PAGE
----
Lipnick: It's possible, yes. But how can you then say one is better than the other? You cannot! You can only say, "That's my opinion. That's what I hear in this case." This is why I talked about reviews before. That when you come out with an opinion, it's important, but at the same time it may not be valid across the board. It is your opinion in that place and at that time. Now, it could change in a different situation. It could be entirely different...
Olsher: The point I was making, and to which Bill alluded earlier, was that if you claim to hear differences, there are people out there who say, "Ah! If you cannot measure those differences, they cannot exist. Therefore you're deluding yourself into believing there is a difference." That's a very serious attack on audiophiles.
Sommerwerck: That's a complete misdefinition and misinterpretation of science!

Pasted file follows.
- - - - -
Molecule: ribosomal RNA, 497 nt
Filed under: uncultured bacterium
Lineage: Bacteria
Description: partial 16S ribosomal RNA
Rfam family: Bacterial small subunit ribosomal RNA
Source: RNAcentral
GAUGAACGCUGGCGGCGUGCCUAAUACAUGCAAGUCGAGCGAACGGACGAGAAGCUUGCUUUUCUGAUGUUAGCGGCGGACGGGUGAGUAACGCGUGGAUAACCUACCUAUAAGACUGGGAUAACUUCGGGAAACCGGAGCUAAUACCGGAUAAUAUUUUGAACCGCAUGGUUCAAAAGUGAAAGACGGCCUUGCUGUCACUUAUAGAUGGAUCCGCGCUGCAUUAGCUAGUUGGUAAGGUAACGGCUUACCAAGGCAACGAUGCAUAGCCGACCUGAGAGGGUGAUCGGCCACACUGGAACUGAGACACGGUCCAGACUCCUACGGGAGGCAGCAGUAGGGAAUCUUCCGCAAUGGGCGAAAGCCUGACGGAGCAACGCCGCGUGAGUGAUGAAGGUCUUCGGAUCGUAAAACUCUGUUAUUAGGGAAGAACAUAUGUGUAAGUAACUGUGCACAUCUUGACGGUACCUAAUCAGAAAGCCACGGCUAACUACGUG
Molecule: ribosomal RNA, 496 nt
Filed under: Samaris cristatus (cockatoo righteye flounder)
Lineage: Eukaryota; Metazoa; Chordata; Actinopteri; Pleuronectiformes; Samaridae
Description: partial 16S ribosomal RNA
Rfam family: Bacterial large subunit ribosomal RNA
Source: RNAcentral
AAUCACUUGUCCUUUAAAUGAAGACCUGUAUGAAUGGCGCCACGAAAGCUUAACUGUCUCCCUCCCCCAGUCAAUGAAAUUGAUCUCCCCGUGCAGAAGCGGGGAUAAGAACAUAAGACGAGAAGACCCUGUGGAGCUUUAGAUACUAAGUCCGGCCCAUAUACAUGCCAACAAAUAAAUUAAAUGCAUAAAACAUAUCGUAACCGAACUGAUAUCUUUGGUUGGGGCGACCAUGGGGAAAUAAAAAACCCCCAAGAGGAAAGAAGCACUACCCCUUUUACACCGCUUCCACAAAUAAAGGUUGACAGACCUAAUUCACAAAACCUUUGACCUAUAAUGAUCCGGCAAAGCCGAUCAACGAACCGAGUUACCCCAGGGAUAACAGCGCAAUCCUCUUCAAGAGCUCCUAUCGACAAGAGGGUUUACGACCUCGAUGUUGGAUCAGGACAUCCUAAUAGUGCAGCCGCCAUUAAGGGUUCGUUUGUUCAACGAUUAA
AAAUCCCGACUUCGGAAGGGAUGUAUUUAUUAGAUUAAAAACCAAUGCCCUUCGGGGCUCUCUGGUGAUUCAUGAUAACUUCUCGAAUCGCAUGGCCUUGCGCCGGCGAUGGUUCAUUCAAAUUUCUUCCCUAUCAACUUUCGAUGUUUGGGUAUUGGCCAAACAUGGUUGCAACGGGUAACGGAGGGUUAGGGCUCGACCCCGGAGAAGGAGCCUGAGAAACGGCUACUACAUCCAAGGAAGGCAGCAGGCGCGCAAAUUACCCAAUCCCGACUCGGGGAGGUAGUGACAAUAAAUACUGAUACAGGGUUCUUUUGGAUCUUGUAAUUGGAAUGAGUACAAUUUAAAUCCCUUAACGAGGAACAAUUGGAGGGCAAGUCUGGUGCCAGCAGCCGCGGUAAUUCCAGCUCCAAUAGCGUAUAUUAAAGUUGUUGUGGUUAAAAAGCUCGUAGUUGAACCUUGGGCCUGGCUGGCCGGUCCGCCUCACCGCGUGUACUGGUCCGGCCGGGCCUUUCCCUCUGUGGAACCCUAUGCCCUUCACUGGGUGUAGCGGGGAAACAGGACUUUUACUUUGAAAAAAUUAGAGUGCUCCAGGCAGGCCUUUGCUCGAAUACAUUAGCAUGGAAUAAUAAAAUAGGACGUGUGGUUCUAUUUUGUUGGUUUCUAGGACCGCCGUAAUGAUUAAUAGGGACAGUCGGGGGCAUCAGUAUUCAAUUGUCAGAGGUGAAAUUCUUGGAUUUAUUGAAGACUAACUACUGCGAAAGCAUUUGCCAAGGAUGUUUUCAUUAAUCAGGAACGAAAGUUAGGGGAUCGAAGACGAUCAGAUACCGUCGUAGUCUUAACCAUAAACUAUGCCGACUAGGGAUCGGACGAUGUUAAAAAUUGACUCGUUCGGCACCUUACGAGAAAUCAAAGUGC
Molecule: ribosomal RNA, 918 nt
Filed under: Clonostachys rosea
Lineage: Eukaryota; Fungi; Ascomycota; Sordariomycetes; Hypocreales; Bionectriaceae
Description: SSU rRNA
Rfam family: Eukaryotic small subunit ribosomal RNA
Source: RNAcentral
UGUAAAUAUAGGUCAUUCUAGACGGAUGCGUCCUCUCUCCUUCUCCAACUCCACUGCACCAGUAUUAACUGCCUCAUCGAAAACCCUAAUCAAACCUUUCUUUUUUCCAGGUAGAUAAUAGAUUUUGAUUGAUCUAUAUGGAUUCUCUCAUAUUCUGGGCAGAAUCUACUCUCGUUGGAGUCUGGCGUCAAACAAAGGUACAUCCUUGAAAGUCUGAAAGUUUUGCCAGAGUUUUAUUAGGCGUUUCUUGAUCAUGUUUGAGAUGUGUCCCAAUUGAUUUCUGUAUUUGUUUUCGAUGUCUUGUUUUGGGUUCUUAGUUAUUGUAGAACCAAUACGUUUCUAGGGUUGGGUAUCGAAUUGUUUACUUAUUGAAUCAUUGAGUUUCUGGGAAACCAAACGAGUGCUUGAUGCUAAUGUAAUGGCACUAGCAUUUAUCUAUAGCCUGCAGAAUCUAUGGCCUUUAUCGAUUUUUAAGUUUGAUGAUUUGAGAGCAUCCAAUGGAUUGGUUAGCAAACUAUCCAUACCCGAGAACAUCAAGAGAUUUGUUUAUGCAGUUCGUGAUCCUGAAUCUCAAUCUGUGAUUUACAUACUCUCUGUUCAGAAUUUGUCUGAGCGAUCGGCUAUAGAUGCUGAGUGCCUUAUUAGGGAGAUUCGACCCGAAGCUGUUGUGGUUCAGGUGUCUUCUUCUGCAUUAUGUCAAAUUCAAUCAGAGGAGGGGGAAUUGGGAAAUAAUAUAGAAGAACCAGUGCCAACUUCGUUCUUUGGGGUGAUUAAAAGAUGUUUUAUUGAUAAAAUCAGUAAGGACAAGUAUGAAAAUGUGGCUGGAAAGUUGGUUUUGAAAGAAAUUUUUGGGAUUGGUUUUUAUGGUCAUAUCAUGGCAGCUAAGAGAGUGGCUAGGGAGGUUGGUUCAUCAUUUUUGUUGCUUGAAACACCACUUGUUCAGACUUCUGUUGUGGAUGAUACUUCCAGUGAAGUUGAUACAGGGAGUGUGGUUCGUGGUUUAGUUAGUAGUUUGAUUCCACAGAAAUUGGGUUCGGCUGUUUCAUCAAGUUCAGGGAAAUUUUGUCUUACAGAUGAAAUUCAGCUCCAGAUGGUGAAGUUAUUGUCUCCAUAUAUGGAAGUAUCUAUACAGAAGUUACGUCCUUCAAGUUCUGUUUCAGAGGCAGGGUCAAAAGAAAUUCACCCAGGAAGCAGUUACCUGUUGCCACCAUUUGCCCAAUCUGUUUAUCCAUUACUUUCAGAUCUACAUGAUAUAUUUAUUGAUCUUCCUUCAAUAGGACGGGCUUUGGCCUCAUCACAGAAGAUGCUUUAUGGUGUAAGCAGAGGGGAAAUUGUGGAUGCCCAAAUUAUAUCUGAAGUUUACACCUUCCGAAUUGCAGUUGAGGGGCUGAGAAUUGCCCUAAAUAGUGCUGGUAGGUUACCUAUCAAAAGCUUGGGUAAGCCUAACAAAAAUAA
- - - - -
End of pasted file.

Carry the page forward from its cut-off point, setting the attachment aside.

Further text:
Holt: But that's the Audio Engineering Society view.
Lipnick: But they're wrong. And you know they're wrong!
Low: We all agree. [laughter]
Sommerwerck: Look, science is not a collection of facts. A good scientist is curious. He or she wants to know why. He or she wants to understand. He doesn't just want to get only a subjective opinion.
Olsher: He or she wants to get a Nobel Prize.
Sommerwerck: He or she wants to know how it works. Suppose for the sake of the argument that Lewis felt that one cable sounded better than another...
Lipnick: More accurate, not better.
Sommerwerck: Okay, "more accurate." Suppose that we could show that by a measurement that seemed to correlate with what he heard. Then we would have taken one more step toward understanding what's going on rather than simply depending only on subjective opinion.
Atkinson: You still only have anecdotal evidence. You haven't taken the next step where you do an experiment where you deliberately introduce that measured difference to see if it produces the same difference in sound quality.
Sommerwerck: Okay. But once you've collected enough data about these things, then you do that experiment later on. You don't expect to learn something instantly. You accumulate information and you work on it to build up theories in the testing.